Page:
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The person trade-off method and the transitivity principle: an example from preferences over age weighting

By Paul Dolan and Aki Tsuchiya


The person trade-off (PTO) is increasingly being used to elicit preferences in health. This paper explores the measurement properties of the PTO method in the context of a study about how members of the public prioritise between patients of different ages. In particular, it considers whether PTO responses satisfy the transitivity principle; that is, whether one PTO response can be inferred from two other PTO responses. The results suggest that very few responses to PTO questions satisfy cardinal transitivity condition. However, this study has produced results that suggest that cardinal transitivity will hold, on average, when respondents who fail to satisfy the ordinal transitivity condition have been excluded from the analysis. This suggests that future PTO studies should build in checks for ordinal transitivity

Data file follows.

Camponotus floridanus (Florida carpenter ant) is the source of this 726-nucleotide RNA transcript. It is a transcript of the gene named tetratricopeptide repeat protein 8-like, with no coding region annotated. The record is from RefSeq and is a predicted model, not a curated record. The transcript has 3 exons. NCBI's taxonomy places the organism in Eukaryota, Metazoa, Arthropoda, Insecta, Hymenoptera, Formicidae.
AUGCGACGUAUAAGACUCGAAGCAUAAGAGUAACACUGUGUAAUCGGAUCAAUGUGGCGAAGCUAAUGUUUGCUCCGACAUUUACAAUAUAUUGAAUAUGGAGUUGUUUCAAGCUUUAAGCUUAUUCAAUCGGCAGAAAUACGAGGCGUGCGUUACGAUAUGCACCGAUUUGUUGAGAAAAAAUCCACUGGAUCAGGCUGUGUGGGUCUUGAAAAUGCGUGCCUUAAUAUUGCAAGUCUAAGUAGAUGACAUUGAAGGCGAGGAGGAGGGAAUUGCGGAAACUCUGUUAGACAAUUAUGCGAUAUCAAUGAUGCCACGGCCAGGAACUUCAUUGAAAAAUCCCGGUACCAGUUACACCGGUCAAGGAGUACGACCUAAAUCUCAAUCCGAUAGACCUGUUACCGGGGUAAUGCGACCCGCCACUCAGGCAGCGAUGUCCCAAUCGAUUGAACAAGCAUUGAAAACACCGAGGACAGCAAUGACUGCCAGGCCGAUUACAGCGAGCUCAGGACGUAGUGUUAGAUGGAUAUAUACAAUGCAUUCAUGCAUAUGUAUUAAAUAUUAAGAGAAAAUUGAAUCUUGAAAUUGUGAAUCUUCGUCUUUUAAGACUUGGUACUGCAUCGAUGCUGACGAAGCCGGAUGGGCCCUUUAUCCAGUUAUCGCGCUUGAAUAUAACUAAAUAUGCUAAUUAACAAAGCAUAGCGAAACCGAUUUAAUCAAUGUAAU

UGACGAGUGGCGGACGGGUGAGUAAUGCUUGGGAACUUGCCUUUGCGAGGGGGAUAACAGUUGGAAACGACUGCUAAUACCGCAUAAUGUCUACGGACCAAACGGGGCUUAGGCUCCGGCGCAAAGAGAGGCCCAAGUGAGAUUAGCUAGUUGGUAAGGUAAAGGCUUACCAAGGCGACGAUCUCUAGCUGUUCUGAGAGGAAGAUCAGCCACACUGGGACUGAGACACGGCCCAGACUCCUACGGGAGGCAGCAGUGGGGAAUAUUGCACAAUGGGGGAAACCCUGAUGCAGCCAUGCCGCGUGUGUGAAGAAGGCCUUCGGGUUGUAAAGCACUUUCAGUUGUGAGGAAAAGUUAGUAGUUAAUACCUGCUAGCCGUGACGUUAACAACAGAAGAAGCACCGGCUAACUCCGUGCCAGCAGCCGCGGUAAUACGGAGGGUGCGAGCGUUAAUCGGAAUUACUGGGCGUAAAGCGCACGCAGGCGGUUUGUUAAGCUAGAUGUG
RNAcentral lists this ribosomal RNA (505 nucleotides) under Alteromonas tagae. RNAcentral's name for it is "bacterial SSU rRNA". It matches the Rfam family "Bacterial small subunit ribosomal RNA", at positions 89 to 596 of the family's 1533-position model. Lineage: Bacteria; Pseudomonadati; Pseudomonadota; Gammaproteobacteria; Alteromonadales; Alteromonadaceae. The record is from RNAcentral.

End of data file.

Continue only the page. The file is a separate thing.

Topics: RA0421 Public health. Hygiene. Preventive Medicine
Publisher: John Wiley & Sons
Year: 2003
DOI identifier: 10.1002/(ISSN)1099-1050
OAI identifier:
Provided by: LSE Research Online
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